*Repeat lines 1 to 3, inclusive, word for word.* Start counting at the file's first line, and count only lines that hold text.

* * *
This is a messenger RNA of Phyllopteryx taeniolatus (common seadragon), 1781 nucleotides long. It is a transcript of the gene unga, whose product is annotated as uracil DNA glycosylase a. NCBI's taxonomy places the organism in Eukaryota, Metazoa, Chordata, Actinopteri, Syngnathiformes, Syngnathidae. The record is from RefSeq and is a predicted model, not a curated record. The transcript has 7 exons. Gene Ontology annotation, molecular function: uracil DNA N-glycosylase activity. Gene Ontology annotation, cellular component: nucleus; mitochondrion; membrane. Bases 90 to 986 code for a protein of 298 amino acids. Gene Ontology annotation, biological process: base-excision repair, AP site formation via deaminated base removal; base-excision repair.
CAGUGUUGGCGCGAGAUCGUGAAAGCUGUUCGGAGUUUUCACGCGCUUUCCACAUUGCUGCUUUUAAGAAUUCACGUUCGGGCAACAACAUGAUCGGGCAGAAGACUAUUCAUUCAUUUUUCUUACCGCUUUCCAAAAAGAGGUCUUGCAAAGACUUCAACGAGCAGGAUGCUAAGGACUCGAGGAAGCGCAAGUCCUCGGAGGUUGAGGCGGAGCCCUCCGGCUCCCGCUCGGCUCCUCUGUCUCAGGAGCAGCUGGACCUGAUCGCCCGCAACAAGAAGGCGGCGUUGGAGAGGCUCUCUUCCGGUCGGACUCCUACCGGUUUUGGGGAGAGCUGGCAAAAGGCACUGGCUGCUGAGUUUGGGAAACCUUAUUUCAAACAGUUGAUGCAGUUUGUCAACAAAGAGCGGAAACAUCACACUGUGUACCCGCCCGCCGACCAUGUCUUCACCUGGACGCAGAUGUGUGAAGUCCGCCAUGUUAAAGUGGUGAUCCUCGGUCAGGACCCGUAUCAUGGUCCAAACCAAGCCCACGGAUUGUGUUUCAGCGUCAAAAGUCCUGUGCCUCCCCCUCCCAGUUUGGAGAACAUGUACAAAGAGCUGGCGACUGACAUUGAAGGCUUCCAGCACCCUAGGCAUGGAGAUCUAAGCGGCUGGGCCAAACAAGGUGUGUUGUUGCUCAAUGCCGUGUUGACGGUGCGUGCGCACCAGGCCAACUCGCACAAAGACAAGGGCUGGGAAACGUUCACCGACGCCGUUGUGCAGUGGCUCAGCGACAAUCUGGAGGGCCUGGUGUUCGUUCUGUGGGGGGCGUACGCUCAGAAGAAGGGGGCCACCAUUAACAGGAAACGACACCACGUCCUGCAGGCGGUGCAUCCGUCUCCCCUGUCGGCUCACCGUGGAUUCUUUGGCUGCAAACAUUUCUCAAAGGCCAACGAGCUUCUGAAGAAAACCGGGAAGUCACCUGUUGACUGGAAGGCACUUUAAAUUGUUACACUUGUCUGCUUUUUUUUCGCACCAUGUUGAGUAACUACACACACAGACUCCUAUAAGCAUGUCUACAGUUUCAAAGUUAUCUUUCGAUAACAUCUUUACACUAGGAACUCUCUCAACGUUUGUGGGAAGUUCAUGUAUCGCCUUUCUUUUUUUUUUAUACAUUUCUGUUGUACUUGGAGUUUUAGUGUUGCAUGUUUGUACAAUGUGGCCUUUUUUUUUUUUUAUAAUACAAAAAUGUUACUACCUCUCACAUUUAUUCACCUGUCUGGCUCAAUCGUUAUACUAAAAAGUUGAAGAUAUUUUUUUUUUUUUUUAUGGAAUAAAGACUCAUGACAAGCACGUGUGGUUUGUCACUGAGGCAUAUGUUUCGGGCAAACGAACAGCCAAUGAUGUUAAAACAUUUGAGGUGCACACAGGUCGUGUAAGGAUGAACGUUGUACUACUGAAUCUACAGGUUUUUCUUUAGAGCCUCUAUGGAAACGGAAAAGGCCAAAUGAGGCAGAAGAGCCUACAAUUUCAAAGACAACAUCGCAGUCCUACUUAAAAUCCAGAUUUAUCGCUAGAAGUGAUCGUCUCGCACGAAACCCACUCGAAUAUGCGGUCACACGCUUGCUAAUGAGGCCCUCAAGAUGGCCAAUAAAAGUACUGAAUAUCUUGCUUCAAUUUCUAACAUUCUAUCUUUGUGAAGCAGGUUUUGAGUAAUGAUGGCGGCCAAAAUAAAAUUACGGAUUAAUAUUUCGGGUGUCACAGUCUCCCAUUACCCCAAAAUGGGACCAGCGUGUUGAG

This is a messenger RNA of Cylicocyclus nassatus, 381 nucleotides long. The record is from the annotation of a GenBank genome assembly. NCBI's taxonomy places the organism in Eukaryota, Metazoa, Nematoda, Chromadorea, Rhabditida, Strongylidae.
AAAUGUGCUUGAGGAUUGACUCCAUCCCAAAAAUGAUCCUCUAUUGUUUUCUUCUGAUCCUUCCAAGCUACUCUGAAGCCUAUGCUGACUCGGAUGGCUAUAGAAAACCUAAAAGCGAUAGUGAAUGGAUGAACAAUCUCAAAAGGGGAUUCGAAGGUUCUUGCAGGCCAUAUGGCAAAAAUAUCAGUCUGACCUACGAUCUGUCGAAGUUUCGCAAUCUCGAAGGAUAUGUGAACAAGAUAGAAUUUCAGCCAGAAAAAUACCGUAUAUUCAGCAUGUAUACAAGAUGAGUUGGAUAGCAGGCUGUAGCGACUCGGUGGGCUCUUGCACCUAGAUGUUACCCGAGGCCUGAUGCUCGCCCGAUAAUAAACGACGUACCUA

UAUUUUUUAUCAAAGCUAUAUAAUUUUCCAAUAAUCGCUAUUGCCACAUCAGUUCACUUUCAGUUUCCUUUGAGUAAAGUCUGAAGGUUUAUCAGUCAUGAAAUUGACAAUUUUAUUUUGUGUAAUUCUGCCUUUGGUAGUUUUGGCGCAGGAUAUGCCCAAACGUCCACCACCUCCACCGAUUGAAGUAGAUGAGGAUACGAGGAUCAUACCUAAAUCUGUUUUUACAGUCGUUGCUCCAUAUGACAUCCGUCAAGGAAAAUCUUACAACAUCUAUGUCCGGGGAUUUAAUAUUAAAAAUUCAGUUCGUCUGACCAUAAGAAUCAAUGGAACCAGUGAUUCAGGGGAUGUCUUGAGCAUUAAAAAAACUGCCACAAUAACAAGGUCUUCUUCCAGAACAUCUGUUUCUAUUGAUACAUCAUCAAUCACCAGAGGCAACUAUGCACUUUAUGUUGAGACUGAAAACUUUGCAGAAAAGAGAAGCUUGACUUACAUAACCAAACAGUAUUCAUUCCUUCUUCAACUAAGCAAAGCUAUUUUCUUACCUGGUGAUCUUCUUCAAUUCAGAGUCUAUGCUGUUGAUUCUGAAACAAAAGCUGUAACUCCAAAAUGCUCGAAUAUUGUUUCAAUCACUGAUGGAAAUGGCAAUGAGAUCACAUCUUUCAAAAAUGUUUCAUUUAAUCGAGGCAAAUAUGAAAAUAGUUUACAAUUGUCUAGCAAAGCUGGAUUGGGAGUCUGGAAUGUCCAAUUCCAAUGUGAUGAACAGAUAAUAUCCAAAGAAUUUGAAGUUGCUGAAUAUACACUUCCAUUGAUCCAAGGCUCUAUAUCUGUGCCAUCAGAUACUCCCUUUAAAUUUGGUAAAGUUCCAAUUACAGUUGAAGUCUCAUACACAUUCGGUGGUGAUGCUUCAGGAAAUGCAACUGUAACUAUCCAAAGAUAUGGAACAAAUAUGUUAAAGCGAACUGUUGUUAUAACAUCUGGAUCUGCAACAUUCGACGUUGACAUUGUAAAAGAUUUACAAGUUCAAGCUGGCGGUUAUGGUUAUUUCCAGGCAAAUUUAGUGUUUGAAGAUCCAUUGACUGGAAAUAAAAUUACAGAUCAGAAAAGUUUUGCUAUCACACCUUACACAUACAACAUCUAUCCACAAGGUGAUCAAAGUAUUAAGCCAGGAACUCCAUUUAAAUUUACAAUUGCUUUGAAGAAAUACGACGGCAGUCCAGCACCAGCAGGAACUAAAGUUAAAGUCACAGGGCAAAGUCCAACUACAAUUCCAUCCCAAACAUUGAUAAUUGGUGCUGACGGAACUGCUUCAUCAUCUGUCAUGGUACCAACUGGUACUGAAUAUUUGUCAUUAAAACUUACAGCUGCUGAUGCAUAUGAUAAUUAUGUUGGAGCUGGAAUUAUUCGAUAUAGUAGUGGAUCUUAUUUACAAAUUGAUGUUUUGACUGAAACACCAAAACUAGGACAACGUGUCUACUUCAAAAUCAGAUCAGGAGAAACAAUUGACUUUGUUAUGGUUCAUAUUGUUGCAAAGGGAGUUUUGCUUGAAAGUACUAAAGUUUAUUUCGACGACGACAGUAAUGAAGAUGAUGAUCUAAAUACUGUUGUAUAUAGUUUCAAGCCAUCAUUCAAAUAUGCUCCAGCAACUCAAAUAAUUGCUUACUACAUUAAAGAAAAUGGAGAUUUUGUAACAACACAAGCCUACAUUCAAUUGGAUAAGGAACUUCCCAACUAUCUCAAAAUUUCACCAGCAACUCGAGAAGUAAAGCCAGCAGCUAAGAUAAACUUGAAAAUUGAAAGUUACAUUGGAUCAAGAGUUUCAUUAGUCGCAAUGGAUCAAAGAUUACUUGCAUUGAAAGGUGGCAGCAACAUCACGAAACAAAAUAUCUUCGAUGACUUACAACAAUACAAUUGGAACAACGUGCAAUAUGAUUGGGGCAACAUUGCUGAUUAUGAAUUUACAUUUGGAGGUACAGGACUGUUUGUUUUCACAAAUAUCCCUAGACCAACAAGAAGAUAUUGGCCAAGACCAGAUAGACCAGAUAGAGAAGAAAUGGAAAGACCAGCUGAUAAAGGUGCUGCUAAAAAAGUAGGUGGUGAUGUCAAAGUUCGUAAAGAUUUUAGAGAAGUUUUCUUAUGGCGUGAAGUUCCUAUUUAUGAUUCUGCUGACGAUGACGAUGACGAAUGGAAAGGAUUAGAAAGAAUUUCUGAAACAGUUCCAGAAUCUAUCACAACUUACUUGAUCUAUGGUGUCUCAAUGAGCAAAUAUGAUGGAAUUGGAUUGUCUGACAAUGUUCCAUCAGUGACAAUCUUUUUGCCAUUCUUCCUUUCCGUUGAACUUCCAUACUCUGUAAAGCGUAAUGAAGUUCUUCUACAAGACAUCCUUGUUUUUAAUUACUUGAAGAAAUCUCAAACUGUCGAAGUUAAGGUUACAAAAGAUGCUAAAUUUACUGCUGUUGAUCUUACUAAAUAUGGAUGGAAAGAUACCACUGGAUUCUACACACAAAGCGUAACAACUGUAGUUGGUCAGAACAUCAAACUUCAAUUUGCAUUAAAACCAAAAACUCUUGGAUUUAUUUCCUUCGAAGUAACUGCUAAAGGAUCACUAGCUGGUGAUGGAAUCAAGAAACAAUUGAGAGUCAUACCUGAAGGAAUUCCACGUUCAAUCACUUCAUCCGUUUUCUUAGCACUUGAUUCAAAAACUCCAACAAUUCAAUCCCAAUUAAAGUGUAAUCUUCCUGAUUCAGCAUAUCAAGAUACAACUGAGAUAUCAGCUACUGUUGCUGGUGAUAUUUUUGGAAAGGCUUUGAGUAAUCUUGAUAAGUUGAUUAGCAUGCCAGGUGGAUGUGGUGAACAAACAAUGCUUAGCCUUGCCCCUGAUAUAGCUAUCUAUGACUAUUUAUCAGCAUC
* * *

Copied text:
This is a messenger RNA of Phyllopteryx taeniolatus (common seadragon), 1781 nucleotides long. It is a transcript of the gene unga, whose product is annotated as uracil DNA glycosylase a. NCBI's taxonomy places the organism in Eukaryota, Metazoa, Chordata, Actinopteri, Syngnathiformes, Syngnathidae. The record is from RefSeq and is a predicted model, not a curated record. The transcript has 7 exons. Gene Ontology annotation, molecular function: uracil DNA N-glycosylase activity. Gene Ontology annotation, cellular component: nucleus; mitochondrion; membrane. Bases 90 to 986 code for a protein of 298 amino acids. Gene Ontology annotation, biological process: base-excision repair, AP site formation via deaminated base removal; base-excision repair.
CAGUGUUGGCGCGAGAUCGUGAAAGCUGUUCGGAGUUUUCACGCGCUUUCCACAUUGCUGCUUUUAAGAAUUCACGUUCGGGCAACAACAUGAUCGGGCAGAAGACUAUUCAUUCAUUUUUCUUACCGCUUUCCAAAAAGAGGUCUUGCAAAGACUUCAACGAGCAGGAUGCUAAGGACUCGAGGAAGCGCAAGUCCUCGGAGGUUGAGGCGGAGCCCUCCGGCUCCCGCUCGGCUCCUCUGUCUCAGGAGCAGCUGGACCUGAUCGCCCGCAACAAGAAGGCGGCGUUGGAGAGGCUCUCUUCCGGUCGGACUCCUACCGGUUUUGGGGAGAGCUGGCAAAAGGCACUGGCUGCUGAGUUUGGGAAACCUUAUUUCAAACAGUUGAUGCAGUUUGUCAACAAAGAGCGGAAACAUCACACUGUGUACCCGCCCGCCGACCAUGUCUUCACCUGGACGCAGAUGUGUGAAGUCCGCCAUGUUAAAGUGGUGAUCCUCGGUCAGGACCCGUAUCAUGGUCCAAACCAAGCCCACGGAUUGUGUUUCAGCGUCAAAAGUCCUGUGCCUCCCCCUCCCAGUUUGGAGAACAUGUACAAAGAGCUGGCGACUGACAUUGAAGGCUUCCAGCACCCUAGGCAUGGAGAUCUAAGCGGCUGGGCCAAACAAGGUGUGUUGUUGCUCAAUGCCGUGUUGACGGUGCGUGCGCACCAGGCCAACUCGCACAAAGACAAGGGCUGGGAAACGUUCACCGACGCCGUUGUGCAGUGGCUCAGCGACAAUCUGGAGGGCCUGGUGUUCGUUCUGUGGGGGGCGUACGCUCAGAAGAAGGGGGCCACCAUUAACAGGAAACGACACCACGUCCUGCAGGCGGUGCAUCCGUCUCCCCUGUCGGCUCACCGUGGAUUCUUUGGCUGCAAACAUUUCUCAAAGGCCAACGAGCUUCUGAAGAAAACCGGGAAGUCACCUGUUGACUGGAAGGCACUUUAAAUUGUUACACUUGUCUGCUUUUUUUUCGCACCAUGUUGAGUAACUACACACACAGACUCCUAUAAGCAUGUCUACAGUUUCAAAGUUAUCUUUCGAUAACAUCUUUACACUAGGAACUCUCUCAACGUUUGUGGGAAGUUCAUGUAUCGCCUUUCUUUUUUUUUUAUACAUUUCUGUUGUACUUGGAGUUUUAGUGUUGCAUGUUUGUACAAUGUGGCCUUUUUUUUUUUUUAUAAUACAAAAAUGUUACUACCUCUCACAUUUAUUCACCUGUCUGGCUCAAUCGUUAUACUAAAAAGUUGAAGAUAUUUUUUUUUUUUUUUAUGGAAUAAAGACUCAUGACAAGCACGUGUGGUUUGUCACUGAGGCAUAUGUUUCGGGCAAACGAACAGCCAAUGAUGUUAAAACAUUUGAGGUGCACACAGGUCGUGUAAGGAUGAACGUUGUACUACUGAAUCUACAGGUUUUUCUUUAGAGCCUCUAUGGAAACGGAAAAGGCCAAAUGAGGCAGAAGAGCCUACAAUUUCAAAGACAACAUCGCAGUCCUACUUAAAAUCCAGAUUUAUCGCUAGAAGUGAUCGUCUCGCACGAAACCCACUCGAAUAUGCGGUCACACGCUUGCUAAUGAGGCCCUCAAGAUGGCCAAUAAAAGUACUGAAUAUCUUGCUUCAAUUUCUAACAUUCUAUCUUUGUGAAGCAGGUUUUGAGUAAUGAUGGCGGCCAAAAUAAAAUUACGGAUUAAUAUUUCGGGUGUCACAGUCUCCCAUUACCCCAAAAUGGGACCAGCGUGUUGAG

This is a messenger RNA of Cylicocyclus nassatus, 381 nucleotides long. The record is from the annotation of a GenBank genome assembly. NCBI's taxonomy places the organism in Eukaryota, Metazoa, Nematoda, Chromadorea, Rhabditida, Strongylidae.